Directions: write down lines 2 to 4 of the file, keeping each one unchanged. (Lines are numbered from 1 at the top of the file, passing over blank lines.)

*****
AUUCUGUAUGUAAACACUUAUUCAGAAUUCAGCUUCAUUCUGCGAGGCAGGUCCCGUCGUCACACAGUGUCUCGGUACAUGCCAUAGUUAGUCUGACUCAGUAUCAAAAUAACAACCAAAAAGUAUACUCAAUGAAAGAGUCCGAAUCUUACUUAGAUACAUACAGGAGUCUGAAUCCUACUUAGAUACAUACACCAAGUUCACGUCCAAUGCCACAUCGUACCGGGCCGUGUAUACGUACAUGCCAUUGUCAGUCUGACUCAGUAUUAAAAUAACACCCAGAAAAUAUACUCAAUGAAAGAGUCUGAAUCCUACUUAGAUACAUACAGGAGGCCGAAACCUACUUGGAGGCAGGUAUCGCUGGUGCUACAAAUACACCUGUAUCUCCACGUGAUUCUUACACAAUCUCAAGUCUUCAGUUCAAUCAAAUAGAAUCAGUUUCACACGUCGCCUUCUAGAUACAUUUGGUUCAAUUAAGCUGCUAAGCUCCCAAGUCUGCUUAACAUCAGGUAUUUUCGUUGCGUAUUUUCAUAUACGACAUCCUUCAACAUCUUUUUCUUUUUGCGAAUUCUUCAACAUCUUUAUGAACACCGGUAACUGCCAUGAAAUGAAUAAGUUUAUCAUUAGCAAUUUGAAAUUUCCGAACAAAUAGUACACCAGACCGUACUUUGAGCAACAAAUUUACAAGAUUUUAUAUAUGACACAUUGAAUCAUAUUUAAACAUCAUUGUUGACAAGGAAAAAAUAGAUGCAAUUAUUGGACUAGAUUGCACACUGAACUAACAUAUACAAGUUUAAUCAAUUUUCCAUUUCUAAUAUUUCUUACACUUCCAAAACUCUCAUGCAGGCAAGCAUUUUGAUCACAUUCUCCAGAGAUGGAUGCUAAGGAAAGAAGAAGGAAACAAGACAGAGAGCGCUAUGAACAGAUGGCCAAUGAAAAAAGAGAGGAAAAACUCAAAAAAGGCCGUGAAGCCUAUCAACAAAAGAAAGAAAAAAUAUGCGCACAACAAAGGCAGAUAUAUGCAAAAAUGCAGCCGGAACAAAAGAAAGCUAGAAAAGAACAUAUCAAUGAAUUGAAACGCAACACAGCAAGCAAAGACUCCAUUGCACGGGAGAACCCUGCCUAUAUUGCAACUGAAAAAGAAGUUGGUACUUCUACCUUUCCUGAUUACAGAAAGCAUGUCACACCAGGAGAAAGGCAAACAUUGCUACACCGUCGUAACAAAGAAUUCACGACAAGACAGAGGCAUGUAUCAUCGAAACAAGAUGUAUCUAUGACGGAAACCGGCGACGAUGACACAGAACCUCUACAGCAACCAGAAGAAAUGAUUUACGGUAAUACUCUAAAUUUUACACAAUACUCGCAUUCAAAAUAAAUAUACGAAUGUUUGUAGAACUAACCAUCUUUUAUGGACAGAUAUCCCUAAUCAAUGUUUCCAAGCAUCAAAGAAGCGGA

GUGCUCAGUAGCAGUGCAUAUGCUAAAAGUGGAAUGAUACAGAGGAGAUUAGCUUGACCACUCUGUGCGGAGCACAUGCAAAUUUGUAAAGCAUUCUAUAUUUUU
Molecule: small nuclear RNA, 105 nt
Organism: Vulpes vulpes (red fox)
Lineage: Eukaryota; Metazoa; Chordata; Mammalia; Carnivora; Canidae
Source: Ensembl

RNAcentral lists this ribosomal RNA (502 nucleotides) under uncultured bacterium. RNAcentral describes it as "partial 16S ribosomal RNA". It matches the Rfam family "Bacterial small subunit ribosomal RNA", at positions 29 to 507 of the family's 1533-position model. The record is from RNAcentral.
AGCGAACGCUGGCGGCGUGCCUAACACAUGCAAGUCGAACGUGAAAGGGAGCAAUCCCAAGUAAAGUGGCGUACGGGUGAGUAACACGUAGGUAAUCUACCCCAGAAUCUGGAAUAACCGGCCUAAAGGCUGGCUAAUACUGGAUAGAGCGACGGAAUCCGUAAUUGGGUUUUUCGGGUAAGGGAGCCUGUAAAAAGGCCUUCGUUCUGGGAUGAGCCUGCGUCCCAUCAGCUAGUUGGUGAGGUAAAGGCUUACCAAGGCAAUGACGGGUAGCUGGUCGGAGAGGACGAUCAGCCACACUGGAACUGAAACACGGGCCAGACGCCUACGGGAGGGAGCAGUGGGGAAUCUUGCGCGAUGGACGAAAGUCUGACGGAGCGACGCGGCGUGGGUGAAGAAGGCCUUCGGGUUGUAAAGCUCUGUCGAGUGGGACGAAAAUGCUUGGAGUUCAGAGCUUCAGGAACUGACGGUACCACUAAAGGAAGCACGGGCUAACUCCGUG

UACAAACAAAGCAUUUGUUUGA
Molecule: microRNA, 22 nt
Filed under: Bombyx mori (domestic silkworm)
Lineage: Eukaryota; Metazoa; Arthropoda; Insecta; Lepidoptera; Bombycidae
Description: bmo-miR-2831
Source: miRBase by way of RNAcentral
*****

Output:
GUGCUCAGUAGCAGUGCAUAUGCUAAAAGUGGAAUGAUACAGAGGAGAUUAGCUUGACCACUCUGUGCGGAGCACAUGCAAAUUUGUAAAGCAUUCUAUAUUUUU
Molecule: small nuclear RNA, 105 nt
Organism: Vulpes vulpes (red fox)